Perioperative management - Laparoscopic totally extra-peritoneal (TEP) inguinal hernia repair with DynaMesh ENDOLAP 3D - general and visceral surgery
You have not purchased a license - paywall is active: to the product selection
Primary and recurrent hernia in:
- Inguinal hernia
- Femoral hernia
- Bilateral with simultaneous repair
- All general disorders where general anesthesia and/or increased abdominal pressure would present high surgical risks, e.g., in massive COPD or severe heart failure.
- Extensive previous open surgery in the lower abdomen, e.g., open prostatectomy, cesarean section, etc. In these cases, the prevesical and preperitoneal space cannot be freed enough. Standard open appendectomy usually does not present any major problem.
- Infected surgical field.
- Patients refusing foreign body material or with known allergies to it.
- Patients under long-term anticoagulants. Here, each case has to be considered individually.
- Giant hernias and scrotal hernias do not lend themselves easily to this technique because the content of the hernial sac can hardly be reduced by minimally invasive means and very large defects cannot be reliably closed by this technique.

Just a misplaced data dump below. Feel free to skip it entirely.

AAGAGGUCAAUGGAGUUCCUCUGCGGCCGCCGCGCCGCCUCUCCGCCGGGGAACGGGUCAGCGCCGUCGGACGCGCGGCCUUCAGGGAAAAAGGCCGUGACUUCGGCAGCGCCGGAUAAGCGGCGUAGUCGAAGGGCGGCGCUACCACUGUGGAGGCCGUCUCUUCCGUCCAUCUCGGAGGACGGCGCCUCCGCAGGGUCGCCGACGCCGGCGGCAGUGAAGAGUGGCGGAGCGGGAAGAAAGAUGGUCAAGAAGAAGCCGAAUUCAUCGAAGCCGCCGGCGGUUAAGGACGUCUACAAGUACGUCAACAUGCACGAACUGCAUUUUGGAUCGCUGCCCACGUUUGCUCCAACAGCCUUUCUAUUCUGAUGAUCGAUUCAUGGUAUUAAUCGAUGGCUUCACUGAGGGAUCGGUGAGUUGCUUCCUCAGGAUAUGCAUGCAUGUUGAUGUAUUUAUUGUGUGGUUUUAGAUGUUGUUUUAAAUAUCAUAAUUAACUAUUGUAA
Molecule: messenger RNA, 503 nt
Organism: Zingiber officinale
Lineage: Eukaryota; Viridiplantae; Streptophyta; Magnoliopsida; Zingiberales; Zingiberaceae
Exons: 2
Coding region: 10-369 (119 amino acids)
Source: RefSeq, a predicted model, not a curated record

- Massive obesity in patients can significantly complicate this technique and even make it impossible.
- Medical history
- Physical examination
- optional or complementary ultrasonography; in unclear recurrences or obese patients, cross-sectional imaging (CT) is also recommended.
- Routine lab panel: Complete blood count, coagulation, creatinine, Na, K; in case of previous medical disorders possibly additional pertinent lab panels
- Chest film, depending on age and medical history
- Mark the affected side
- 1/2 hour before skin incision a single-shot antibiotic regimen is recommended, e.g., with 2nd generation cephalosporin
- Deep venous thrombosis of the pelvis/lower extremity
- Bleeding, hematoma
- Wound infection
- Exuberant scarring
- Injury to spermatic cord with transection of the spermatic duct
- Vascular injury with subsequent testicular dysfunction or even loss
- Injury to sensory nerves in the surgical field
- Chronic pain due to nerve irritation
- Hypersensitivity reaction to the mesh material with seroma
- Implant infection with subsequent necessity of mesh removal
- Recurrent hernia
- Intraoperative conversion to open procedure
- Injury to the femoral vessels
- Injury to abdominal organs
Operating room setup
Special instruments and fixation systems